“Feminism was a highly aggressive movement that gave many conquests to women but left them unprotected in the new era. I think that feminism has brought partial equality to women but without the backing of a psychological and social support net. So, now, the contemporary woman is trapped in a reality that has filled her life with obligation, not liberation. The traditional standards of marriage, children and family have remained constant but the modern woman now has the added responsibilities and extra hours of work.”
The book is billed as a “meta-feminist” novel and yet it is also about migration. How is feminism filtered through the theme of migration?
“The book is a post-feminist novel from the point of view that women are now trapped in this reality. They feel that since they have gained a place in the work force and in society they must also become beautiful objects of desire by way of the cosmetic and fashion industries.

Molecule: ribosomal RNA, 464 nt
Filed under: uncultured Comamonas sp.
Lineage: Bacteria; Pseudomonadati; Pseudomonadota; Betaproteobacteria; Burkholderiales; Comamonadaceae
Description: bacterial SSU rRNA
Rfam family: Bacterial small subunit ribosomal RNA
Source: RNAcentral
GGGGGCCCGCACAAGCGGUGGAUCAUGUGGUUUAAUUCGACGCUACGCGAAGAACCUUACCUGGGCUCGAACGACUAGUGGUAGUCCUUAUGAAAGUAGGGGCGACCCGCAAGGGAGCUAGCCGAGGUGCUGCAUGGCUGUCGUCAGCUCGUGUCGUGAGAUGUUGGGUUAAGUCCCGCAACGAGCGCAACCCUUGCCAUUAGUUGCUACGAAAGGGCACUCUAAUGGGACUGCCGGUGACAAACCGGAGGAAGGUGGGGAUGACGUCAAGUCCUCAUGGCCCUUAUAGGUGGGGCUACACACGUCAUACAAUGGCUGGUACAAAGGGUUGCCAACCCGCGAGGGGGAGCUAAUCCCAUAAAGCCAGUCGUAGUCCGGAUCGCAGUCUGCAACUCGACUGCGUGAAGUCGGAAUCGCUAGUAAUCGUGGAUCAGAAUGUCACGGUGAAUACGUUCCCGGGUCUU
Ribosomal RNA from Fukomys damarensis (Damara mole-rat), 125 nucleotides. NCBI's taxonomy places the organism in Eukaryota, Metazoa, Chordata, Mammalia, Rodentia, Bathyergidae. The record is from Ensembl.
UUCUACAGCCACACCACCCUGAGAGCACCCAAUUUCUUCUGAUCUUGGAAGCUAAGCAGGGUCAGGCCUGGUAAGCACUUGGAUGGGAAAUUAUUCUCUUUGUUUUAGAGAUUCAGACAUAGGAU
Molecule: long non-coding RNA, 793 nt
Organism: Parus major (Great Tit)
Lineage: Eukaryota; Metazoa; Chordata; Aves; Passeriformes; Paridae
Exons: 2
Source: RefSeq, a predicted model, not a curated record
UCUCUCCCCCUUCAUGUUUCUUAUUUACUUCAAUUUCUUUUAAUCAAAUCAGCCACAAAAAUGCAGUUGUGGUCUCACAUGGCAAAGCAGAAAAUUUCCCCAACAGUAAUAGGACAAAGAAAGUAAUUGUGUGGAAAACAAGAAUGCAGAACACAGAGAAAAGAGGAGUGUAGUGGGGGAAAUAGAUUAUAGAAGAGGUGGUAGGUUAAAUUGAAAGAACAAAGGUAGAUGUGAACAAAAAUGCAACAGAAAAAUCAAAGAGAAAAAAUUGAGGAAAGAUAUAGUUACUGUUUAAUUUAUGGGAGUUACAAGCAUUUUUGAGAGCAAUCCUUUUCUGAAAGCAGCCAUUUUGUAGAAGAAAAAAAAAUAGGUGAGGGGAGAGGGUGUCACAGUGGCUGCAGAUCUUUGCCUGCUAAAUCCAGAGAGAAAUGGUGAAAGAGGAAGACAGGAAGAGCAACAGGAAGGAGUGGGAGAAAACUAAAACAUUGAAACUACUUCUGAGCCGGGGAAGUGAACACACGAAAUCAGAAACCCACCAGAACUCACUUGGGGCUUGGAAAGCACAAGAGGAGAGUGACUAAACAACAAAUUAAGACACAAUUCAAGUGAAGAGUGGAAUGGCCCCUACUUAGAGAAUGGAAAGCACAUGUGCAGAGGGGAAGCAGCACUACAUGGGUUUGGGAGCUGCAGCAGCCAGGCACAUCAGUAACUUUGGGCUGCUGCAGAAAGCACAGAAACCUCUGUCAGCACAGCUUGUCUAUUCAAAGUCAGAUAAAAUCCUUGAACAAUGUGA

Feminism for the Greek immigrant woman had a very strong influence on migration as she came from the villages of Greece where she was isolated in the historical role of wife and mother to an industrial society where she opened up to the many work opportunities.”
How have you experienced the themes of feminism and migration in your own life as a Greek-Canadian?
“Feminism in Montreal’s Greek community never took on the form of a movement. Equality at work came as a natural evolution of life in a new place that she came to in order to strive for a better life. Many women in the Greek communities in Canada are strong feminist models given their achievements in both the professional and social spaces.”